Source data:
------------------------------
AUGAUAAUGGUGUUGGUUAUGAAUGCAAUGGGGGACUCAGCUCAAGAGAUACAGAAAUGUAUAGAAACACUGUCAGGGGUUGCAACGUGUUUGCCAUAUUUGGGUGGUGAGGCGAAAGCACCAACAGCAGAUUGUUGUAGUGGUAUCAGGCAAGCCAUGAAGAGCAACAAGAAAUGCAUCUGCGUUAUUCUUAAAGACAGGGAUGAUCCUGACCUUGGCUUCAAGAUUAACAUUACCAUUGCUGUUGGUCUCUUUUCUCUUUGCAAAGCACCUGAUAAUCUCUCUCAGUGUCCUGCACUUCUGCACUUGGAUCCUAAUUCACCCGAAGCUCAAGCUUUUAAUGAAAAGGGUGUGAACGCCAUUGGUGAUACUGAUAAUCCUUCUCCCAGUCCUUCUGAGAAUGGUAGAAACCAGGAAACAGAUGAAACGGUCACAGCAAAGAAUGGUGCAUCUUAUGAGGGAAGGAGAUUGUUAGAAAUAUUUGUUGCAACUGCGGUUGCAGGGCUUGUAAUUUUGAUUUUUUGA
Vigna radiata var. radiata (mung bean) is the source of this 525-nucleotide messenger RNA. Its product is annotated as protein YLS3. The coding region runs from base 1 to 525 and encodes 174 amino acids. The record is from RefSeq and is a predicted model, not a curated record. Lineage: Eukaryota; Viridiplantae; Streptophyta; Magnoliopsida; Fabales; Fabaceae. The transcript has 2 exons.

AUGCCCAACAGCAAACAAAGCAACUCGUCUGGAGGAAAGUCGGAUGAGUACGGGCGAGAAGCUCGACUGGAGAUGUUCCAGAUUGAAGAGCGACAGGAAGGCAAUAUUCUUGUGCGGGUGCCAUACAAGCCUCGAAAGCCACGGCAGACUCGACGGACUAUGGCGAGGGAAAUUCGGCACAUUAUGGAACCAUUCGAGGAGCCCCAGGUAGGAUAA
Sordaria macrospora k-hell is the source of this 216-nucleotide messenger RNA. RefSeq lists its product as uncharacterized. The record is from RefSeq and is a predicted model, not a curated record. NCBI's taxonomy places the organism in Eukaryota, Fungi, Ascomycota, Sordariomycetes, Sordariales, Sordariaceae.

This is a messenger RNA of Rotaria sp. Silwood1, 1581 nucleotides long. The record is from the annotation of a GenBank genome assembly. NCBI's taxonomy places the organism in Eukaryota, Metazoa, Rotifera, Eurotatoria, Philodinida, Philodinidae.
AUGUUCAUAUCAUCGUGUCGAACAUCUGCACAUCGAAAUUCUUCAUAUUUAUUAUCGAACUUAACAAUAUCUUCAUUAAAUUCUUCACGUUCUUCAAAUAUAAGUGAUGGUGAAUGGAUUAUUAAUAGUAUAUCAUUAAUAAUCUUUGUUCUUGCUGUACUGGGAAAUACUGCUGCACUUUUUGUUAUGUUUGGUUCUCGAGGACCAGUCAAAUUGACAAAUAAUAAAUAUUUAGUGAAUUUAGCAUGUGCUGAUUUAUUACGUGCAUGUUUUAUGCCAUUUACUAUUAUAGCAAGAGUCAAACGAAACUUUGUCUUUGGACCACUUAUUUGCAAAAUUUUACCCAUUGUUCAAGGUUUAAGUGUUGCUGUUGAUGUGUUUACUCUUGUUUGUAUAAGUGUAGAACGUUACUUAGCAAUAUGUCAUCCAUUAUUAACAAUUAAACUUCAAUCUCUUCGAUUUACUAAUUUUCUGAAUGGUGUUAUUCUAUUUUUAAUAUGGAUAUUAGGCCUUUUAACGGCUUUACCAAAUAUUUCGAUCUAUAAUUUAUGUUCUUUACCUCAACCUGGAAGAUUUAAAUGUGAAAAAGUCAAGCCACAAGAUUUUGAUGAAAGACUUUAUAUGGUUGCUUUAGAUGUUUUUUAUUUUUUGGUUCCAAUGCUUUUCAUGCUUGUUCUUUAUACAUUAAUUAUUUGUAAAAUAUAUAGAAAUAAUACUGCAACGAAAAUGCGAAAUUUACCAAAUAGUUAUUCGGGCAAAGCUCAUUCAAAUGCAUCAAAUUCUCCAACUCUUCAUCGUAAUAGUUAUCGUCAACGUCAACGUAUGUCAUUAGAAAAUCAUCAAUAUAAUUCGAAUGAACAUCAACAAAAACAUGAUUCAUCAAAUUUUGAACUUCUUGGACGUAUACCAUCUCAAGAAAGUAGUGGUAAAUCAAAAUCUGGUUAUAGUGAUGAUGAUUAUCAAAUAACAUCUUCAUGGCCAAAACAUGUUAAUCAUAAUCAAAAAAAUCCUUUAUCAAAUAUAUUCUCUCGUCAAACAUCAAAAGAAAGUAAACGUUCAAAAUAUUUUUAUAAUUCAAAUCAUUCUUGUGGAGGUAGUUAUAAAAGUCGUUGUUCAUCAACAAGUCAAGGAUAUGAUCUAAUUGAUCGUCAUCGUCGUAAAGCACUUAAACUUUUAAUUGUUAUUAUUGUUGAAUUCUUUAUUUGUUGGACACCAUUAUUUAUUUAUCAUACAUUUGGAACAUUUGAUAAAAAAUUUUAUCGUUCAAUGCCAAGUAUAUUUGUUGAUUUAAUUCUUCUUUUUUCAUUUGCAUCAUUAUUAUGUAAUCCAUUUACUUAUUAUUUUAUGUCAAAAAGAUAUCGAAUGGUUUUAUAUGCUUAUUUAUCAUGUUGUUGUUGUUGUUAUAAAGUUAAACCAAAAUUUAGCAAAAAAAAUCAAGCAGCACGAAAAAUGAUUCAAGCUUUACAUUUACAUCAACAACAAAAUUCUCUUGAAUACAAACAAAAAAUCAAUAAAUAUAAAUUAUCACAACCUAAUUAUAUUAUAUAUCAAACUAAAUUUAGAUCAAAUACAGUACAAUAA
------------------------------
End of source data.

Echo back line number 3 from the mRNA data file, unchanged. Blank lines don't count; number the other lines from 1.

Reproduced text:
AUGCCCAACAGCAAACAAAGCAACUCGUCUGGAGGAAAGUCGGAUGAGUACGGGCGAGAAGCUCGACUGGAGAUGUUCCAGAUUGAAGAGCGACAGGAAGGCAAUAUUCUUGUGCGGGUGCCAUACAAGCCUCGAAAGCCACGGCAGACUCGACGGACUAUGGCGAGGGAAAUUCGGCACAUUAUGGAACCAUUCGAGGAGCCCCAGGUAGGAUAA